DescriptionGalaxy Game is a conversion of one of the earliest video games ever produced, Spacewar. Released in September of 1971, it is the first known arcade game - beating yet another Spacewar conversion, Computer Space, by mere two months. The game was never mass-produced and was only available at the Tresidder Union Coffee House at Stanford University.
With monochrome vector graphics, Galaxy Game is a space shooter where two players try to blow up each other's spaceship. Besides firing, players can rotate their ships left and right, thrust forward, and jump to hyperspace, reappearing at a random (potentially dangerous) location. Both ships have a limited amount of fuel that is consumed over time and as the players use their engines and the hyperspace ability. A ship explodes when it runs out of fuel.
One of the most interesting gameplay elements of the game is the gravitational pull caused by a star in the middle of the screen, which both players must avoid colliding into. However, this feature can be disabled by setting one of the machine's control switches.
The game also features a single-player mode for practice.
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DevelopmentThe first unit of Galaxy Game took three and a half months to create, and its total hardware costs were around $20,000 USD. A second version of the game was built with better hardware that could power multiple cabinets, and its costs went up to $60,000 USD.
HardwareThe game ran on a PDP-11/20 computer with 8 Kbytes of memory and an optional hardware multiply/divide unit. The cabinet also included a point plotting display interface, and a Hewlett-Packard 1300A Electrostatic Display. One single computer could power two machines and, with the later upgrade of the display interface in the second version, up to 8 machines could be controlled by a single PDP-11.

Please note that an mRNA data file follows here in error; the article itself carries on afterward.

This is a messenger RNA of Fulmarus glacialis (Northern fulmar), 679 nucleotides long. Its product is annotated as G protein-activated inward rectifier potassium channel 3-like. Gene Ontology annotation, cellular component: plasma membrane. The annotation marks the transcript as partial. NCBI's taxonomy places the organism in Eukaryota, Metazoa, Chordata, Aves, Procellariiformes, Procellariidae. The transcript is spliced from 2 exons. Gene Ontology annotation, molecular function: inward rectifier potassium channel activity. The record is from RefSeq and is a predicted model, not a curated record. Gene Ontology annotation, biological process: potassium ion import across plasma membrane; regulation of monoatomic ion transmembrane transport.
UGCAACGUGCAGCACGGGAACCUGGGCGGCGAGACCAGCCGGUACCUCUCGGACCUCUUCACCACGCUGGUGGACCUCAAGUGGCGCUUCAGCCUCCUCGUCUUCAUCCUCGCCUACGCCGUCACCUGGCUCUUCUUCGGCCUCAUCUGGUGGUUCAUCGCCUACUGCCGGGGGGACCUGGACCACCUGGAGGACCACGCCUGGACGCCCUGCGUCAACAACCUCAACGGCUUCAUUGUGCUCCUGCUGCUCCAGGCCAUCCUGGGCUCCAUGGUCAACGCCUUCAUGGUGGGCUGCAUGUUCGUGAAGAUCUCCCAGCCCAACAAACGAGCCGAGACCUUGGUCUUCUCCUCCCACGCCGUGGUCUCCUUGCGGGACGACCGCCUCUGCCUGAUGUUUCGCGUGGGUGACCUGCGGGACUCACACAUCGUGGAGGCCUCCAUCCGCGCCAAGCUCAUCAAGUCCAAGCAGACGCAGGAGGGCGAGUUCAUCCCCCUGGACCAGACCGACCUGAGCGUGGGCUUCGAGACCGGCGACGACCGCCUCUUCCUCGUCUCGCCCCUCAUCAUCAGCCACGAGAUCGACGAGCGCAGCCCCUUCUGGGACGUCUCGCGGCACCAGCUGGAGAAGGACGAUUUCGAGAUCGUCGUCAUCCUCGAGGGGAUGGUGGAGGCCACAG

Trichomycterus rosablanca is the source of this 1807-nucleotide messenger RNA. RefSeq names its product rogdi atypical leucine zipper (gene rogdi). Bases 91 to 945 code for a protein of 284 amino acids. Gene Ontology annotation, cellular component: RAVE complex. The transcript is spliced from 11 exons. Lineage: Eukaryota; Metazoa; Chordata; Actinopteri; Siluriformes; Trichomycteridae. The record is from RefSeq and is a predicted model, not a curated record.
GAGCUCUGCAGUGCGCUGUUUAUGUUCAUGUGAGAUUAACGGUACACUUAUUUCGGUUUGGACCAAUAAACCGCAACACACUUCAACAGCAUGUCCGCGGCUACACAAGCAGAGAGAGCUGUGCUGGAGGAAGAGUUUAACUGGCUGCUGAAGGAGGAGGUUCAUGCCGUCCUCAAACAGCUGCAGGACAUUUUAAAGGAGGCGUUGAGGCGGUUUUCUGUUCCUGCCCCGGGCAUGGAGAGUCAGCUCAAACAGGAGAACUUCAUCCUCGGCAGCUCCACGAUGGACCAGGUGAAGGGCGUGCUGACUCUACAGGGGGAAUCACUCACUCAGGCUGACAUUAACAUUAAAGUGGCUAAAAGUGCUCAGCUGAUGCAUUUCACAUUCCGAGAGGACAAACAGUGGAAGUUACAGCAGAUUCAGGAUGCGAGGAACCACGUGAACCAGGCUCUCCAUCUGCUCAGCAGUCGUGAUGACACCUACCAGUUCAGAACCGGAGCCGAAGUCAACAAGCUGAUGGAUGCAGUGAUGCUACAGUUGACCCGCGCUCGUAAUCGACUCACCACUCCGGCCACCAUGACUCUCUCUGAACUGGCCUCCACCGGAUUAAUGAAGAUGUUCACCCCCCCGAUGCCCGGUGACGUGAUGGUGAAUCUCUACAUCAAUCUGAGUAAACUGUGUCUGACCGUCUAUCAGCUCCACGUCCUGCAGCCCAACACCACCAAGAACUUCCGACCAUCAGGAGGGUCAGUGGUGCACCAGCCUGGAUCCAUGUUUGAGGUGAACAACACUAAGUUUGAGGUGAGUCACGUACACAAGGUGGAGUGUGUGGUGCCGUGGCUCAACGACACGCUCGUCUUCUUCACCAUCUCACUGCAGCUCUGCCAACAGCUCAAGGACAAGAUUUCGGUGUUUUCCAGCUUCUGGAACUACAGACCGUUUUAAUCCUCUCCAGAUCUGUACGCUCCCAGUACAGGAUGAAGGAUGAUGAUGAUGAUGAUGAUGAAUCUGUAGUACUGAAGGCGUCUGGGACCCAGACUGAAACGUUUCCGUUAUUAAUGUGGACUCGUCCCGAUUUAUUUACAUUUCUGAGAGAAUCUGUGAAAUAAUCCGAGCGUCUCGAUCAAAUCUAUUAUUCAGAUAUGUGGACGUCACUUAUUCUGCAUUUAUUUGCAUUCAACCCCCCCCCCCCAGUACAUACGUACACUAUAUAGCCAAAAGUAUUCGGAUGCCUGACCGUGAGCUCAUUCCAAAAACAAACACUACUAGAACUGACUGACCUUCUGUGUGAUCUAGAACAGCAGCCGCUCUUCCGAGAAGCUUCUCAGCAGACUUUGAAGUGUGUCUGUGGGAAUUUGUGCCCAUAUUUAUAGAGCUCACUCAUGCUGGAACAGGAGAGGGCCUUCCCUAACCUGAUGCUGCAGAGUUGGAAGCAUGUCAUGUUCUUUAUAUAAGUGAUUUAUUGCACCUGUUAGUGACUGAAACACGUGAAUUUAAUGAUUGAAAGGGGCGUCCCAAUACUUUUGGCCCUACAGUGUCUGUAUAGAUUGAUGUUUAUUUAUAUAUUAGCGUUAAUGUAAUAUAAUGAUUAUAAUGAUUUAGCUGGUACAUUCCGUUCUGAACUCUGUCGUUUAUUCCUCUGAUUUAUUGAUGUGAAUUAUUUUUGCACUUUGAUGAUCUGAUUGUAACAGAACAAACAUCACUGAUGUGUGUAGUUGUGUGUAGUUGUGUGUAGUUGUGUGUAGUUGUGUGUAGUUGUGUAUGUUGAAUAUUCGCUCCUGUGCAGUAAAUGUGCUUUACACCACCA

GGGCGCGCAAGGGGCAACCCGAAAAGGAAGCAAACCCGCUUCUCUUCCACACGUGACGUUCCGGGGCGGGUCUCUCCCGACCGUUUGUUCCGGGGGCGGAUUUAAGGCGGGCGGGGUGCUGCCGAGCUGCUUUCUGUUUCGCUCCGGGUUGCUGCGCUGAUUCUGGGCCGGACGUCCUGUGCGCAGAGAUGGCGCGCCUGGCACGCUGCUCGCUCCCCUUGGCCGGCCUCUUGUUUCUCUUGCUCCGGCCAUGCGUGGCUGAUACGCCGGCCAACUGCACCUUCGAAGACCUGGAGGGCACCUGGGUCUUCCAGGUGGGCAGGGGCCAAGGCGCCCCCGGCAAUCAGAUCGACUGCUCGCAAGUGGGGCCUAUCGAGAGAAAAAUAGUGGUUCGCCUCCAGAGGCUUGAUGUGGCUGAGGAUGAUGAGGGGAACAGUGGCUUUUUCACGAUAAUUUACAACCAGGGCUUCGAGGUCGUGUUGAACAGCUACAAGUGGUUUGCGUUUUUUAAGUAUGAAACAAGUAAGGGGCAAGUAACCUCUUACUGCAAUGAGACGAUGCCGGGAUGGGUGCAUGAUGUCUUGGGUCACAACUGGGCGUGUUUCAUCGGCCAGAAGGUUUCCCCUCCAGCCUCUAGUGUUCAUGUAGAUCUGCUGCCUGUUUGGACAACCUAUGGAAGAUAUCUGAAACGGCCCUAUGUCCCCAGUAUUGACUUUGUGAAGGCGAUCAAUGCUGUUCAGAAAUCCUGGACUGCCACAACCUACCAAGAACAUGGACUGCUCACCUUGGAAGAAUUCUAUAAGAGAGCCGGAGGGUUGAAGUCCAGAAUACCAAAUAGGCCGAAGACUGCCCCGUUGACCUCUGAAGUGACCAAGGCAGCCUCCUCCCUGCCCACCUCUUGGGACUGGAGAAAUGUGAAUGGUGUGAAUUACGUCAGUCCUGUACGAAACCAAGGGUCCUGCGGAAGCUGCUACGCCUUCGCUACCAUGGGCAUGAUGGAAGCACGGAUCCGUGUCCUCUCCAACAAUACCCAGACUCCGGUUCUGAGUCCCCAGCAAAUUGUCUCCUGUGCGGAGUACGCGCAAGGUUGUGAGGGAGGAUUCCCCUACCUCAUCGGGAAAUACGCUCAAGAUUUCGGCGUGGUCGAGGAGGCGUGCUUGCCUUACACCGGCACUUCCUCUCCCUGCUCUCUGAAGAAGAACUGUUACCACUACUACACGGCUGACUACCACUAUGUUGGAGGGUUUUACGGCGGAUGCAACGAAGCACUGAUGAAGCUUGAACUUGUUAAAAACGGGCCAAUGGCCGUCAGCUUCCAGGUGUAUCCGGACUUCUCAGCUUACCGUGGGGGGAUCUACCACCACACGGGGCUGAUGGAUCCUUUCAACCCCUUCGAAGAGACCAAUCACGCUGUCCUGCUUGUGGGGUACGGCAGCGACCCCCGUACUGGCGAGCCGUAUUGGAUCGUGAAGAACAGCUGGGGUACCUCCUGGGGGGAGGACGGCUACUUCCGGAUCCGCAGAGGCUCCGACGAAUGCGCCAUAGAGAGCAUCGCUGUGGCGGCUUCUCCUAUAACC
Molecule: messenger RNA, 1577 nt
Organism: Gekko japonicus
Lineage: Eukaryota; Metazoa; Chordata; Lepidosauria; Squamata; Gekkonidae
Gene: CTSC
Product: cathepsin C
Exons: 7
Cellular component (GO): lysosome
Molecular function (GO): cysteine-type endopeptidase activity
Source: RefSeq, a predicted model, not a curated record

Game titleAs the game was a re-implementation of Spacewar, it was originally intended to retain the same name. However, being 1971, the designers were concerned with the reaction to the term "war" at the Stanford University campus. They decided to name it Galaxy Game instead.
ReceptionThe game was very well received by the community, with 10 to 20 players around the machines on the busiest nights, sometimes waiting for their turn for over an hour. Each game cost 10 cents, but three games could be played for 25 cents. Although successful, both versions of the game barely recouped their hardware investment.
RetirementGalaxy Game remained in operation at the Coffee House at Tresidder Union until May of 1979. The display processor had become very unreliable and the machine was removed and disassembled. The main hardware was stored for 18 years and, in April 1997, the opportunity arose for the machine to be featured, in working condition, at the Computer History Exhibit of the Stanford University. With the work of some generous volunteers, Galaxy Game was brought back to life and made available for visitors in December 1997. In the Summer of 2000 it was transferred to the Computer History Museum in Mountain View, CA. A decade later, in August 2010, the museum loaned the game to Google, for display (and use!) at their headquarters.
Related Web Sites
- Computer Space and the Dawn of the Arcade Video Game (An article on the history of Computer Space that contains some interesting information about Galaxy Game.)
- Galaxy Game at Arcade History (Additional information about the game including a cabinet picture and a (real) screenshot.)
- Galaxy Game at Stanford's Computer History Exhibits page (Lots of interesting information about the game, covering its entire lifetime.)
- Galaxy Game at The International Arcade Museum (Various information about the game, including some cabinet pictures.)
- Galaxy Game's Wikipedia page (Additional information about the game.)
- Stanford Alumni article from Bill Pitts (Bill Pitts shares his memories from his time as a Stanford student and the story of Galaxy Game.)
- The Golden Age Arcade Historian (Blog entry with an in-depth interview with Bill Pitts, one of the creators of the game.)